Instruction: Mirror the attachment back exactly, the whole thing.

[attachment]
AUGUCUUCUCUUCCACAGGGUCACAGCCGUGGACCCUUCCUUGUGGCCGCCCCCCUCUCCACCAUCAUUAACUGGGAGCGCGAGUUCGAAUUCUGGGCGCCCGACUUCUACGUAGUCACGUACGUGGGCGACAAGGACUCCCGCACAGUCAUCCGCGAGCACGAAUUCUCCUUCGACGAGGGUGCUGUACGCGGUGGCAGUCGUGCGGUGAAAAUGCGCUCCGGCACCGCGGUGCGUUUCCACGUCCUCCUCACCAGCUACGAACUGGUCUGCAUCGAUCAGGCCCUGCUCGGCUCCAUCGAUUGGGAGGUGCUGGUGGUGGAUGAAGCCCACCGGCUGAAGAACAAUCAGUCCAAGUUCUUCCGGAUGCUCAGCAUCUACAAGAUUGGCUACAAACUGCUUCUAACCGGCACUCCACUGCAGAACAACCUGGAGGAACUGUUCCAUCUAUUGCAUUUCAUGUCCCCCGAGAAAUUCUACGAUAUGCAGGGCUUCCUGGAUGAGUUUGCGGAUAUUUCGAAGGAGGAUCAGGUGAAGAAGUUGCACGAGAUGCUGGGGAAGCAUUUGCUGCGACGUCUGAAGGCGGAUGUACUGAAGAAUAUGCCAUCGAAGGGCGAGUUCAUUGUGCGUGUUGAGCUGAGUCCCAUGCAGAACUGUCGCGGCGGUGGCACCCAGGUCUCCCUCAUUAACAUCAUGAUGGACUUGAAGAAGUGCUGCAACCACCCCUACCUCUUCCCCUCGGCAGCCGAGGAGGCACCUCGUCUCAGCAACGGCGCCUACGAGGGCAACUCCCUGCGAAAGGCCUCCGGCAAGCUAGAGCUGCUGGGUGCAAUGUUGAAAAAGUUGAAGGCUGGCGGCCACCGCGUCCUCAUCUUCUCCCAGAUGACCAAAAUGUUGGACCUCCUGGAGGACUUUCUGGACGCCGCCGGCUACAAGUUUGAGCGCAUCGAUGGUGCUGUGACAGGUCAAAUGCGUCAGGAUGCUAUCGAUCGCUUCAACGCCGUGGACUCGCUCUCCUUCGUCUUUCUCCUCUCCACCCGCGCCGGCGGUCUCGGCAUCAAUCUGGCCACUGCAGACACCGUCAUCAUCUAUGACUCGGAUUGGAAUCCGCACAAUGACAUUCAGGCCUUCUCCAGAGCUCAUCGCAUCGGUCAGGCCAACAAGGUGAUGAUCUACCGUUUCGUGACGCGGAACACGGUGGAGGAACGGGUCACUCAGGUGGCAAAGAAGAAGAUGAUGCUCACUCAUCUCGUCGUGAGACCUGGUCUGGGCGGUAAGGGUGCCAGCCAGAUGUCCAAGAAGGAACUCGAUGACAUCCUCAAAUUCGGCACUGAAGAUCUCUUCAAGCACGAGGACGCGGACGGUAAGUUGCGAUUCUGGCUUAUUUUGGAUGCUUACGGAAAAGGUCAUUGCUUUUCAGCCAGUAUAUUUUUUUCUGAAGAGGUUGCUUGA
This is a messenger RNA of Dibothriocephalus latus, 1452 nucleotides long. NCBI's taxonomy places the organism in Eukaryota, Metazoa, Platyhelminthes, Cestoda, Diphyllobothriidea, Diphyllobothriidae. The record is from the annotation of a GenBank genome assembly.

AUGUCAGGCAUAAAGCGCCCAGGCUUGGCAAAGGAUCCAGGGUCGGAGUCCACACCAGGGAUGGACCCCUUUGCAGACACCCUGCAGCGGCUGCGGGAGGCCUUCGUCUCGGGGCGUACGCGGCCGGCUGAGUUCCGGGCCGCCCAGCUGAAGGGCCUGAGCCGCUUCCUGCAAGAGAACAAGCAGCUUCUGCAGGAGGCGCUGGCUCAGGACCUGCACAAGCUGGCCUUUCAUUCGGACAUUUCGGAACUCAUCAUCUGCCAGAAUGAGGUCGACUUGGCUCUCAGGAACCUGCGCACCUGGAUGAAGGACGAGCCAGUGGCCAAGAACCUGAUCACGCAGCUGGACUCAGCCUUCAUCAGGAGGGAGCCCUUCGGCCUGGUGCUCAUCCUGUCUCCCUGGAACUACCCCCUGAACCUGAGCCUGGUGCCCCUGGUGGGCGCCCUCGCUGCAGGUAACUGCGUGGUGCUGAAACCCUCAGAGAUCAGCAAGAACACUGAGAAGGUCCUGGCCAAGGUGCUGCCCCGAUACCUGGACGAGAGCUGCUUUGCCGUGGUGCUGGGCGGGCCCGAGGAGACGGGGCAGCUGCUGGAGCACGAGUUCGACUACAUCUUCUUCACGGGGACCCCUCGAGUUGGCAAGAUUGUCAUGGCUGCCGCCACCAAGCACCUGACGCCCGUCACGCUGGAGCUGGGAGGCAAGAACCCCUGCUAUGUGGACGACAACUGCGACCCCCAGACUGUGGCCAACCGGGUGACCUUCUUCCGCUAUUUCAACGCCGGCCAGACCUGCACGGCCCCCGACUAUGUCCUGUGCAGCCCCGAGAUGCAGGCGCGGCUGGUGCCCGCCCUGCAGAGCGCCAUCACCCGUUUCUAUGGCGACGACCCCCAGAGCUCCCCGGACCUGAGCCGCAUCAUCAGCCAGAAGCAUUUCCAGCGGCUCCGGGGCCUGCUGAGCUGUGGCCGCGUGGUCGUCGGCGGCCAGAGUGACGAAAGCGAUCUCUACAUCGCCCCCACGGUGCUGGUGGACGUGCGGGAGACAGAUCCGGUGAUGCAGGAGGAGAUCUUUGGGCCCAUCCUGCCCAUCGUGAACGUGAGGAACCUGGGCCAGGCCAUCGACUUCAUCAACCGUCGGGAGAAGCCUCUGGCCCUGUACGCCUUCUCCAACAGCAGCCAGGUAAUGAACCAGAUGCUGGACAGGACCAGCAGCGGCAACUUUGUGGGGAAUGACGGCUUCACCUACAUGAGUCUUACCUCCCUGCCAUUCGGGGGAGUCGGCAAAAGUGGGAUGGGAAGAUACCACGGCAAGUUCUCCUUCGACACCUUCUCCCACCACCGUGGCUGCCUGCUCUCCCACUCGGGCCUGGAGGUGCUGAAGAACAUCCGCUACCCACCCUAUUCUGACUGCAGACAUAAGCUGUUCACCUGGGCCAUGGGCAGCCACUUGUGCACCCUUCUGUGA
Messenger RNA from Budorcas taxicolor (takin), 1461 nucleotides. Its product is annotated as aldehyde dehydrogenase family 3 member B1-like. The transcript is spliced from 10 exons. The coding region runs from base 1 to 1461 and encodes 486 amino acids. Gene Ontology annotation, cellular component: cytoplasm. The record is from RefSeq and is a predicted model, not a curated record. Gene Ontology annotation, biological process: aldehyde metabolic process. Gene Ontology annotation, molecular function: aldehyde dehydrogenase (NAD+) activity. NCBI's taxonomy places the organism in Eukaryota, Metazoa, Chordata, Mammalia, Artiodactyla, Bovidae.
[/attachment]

AUGUCUUCUCUUCCACAGGGUCACAGCCGUGGACCCUUCCUUGUGGCCGCCCCCCUCUCCACCAUCAUUAACUGGGAGCGCGAGUUCGAAUUCUGGGCGCCCGACUUCUACGUAGUCACGUACGUGGGCGACAAGGACUCCCGCACAGUCAUCCGCGAGCACGAAUUCUCCUUCGACGAGGGUGCUGUACGCGGUGGCAGUCGUGCGGUGAAAAUGCGCUCCGGCACCGCGGUGCGUUUCCACGUCCUCCUCACCAGCUACGAACUGGUCUGCAUCGAUCAGGCCCUGCUCGGCUCCAUCGAUUGGGAGGUGCUGGUGGUGGAUGAAGCCCACCGGCUGAAGAACAAUCAGUCCAAGUUCUUCCGGAUGCUCAGCAUCUACAAGAUUGGCUACAAACUGCUUCUAACCGGCACUCCACUGCAGAACAACCUGGAGGAACUGUUCCAUCUAUUGCAUUUCAUGUCCCCCGAGAAAUUCUACGAUAUGCAGGGCUUCCUGGAUGAGUUUGCGGAUAUUUCGAAGGAGGAUCAGGUGAAGAAGUUGCACGAGAUGCUGGGGAAGCAUUUGCUGCGACGUCUGAAGGCGGAUGUACUGAAGAAUAUGCCAUCGAAGGGCGAGUUCAUUGUGCGUGUUGAGCUGAGUCCCAUGCAGAACUGUCGCGGCGGUGGCACCCAGGUCUCCCUCAUUAACAUCAUGAUGGACUUGAAGAAGUGCUGCAACCACCCCUACCUCUUCCCCUCGGCAGCCGAGGAGGCACCUCGUCUCAGCAACGGCGCCUACGAGGGCAACUCCCUGCGAAAGGCCUCCGGCAAGCUAGAGCUGCUGGGUGCAAUGUUGAAAAAGUUGAAGGCUGGCGGCCACCGCGUCCUCAUCUUCUCCCAGAUGACCAAAAUGUUGGACCUCCUGGAGGACUUUCUGGACGCCGCCGGCUACAAGUUUGAGCGCAUCGAUGGUGCUGUGACAGGUCAAAUGCGUCAGGAUGCUAUCGAUCGCUUCAACGCCGUGGACUCGCUCUCCUUCGUCUUUCUCCUCUCCACCCGCGCCGGCGGUCUCGGCAUCAAUCUGGCCACUGCAGACACCGUCAUCAUCUAUGACUCGGAUUGGAAUCCGCACAAUGACAUUCAGGCCUUCUCCAGAGCUCAUCGCAUCGGUCAGGCCAACAAGGUGAUGAUCUACCGUUUCGUGACGCGGAACACGGUGGAGGAACGGGUCACUCAGGUGGCAAAGAAGAAGAUGAUGCUCACUCAUCUCGUCGUGAGACCUGGUCUGGGCGGUAAGGGUGCCAGCCAGAUGUCCAAGAAGGAACUCGAUGACAUCCUCAAAUUCGGCACUGAAGAUCUCUUCAAGCACGAGGACGCGGACGGUAAGUUGCGAUUCUGGCUUAUUUUGGAUGCUUACGGAAAAGGUCAUUGCUUUUCAGCCAGUAUAUUUUUUUCUGAAGAGGUUGCUUGA
This is a messenger RNA of Dibothriocephalus latus, 1452 nucleotides long. NCBI's taxonomy places the organism in Eukaryota, Metazoa, Platyhelminthes, Cestoda, Diphyllobothriidea, Diphyllobothriidae. The record is from the annotation of a GenBank genome assembly.

AUGUCAGGCAUAAAGCGCCCAGGCUUGGCAAAGGAUCCAGGGUCGGAGUCCACACCAGGGAUGGACCCCUUUGCAGACACCCUGCAGCGGCUGCGGGAGGCCUUCGUCUCGGGGCGUACGCGGCCGGCUGAGUUCCGGGCCGCCCAGCUGAAGGGCCUGAGCCGCUUCCUGCAAGAGAACAAGCAGCUUCUGCAGGAGGCGCUGGCUCAGGACCUGCACAAGCUGGCCUUUCAUUCGGACAUUUCGGAACUCAUCAUCUGCCAGAAUGAGGUCGACUUGGCUCUCAGGAACCUGCGCACCUGGAUGAAGGACGAGCCAGUGGCCAAGAACCUGAUCACGCAGCUGGACUCAGCCUUCAUCAGGAGGGAGCCCUUCGGCCUGGUGCUCAUCCUGUCUCCCUGGAACUACCCCCUGAACCUGAGCCUGGUGCCCCUGGUGGGCGCCCUCGCUGCAGGUAACUGCGUGGUGCUGAAACCCUCAGAGAUCAGCAAGAACACUGAGAAGGUCCUGGCCAAGGUGCUGCCCCGAUACCUGGACGAGAGCUGCUUUGCCGUGGUGCUGGGCGGGCCCGAGGAGACGGGGCAGCUGCUGGAGCACGAGUUCGACUACAUCUUCUUCACGGGGACCCCUCGAGUUGGCAAGAUUGUCAUGGCUGCCGCCACCAAGCACCUGACGCCCGUCACGCUGGAGCUGGGAGGCAAGAACCCCUGCUAUGUGGACGACAACUGCGACCCCCAGACUGUGGCCAACCGGGUGACCUUCUUCCGCUAUUUCAACGCCGGCCAGACCUGCACGGCCCCCGACUAUGUCCUGUGCAGCCCCGAGAUGCAGGCGCGGCUGGUGCCCGCCCUGCAGAGCGCCAUCACCCGUUUCUAUGGCGACGACCCCCAGAGCUCCCCGGACCUGAGCCGCAUCAUCAGCCAGAAGCAUUUCCAGCGGCUCCGGGGCCUGCUGAGCUGUGGCCGCGUGGUCGUCGGCGGCCAGAGUGACGAAAGCGAUCUCUACAUCGCCCCCACGGUGCUGGUGGACGUGCGGGAGACAGAUCCGGUGAUGCAGGAGGAGAUCUUUGGGCCCAUCCUGCCCAUCGUGAACGUGAGGAACCUGGGCCAGGCCAUCGACUUCAUCAACCGUCGGGAGAAGCCUCUGGCCCUGUACGCCUUCUCCAACAGCAGCCAGGUAAUGAACCAGAUGCUGGACAGGACCAGCAGCGGCAACUUUGUGGGGAAUGACGGCUUCACCUACAUGAGUCUUACCUCCCUGCCAUUCGGGGGAGUCGGCAAAAGUGGGAUGGGAAGAUACCACGGCAAGUUCUCCUUCGACACCUUCUCCCACCACCGUGGCUGCCUGCUCUCCCACUCGGGCCUGGAGGUGCUGAAGAACAUCCGCUACCCACCCUAUUCUGACUGCAGACAUAAGCUGUUCACCUGGGCCAUGGGCAGCCACUUGUGCACCCUUCUGUGA
Messenger RNA from Budorcas taxicolor (takin), 1461 nucleotides. Its product is annotated as aldehyde dehydrogenase family 3 member B1-like. The transcript is spliced from 10 exons. The coding region runs from base 1 to 1461 and encodes 486 amino acids. Gene Ontology annotation, cellular component: cytoplasm. The record is from RefSeq and is a predicted model, not a curated record. Gene Ontology annotation, biological process: aldehyde metabolic process. Gene Ontology annotation, molecular function: aldehyde dehydrogenase (NAD+) activity. NCBI's taxonomy places the organism in Eukaryota, Metazoa, Chordata, Mammalia, Artiodactyla, Bovidae.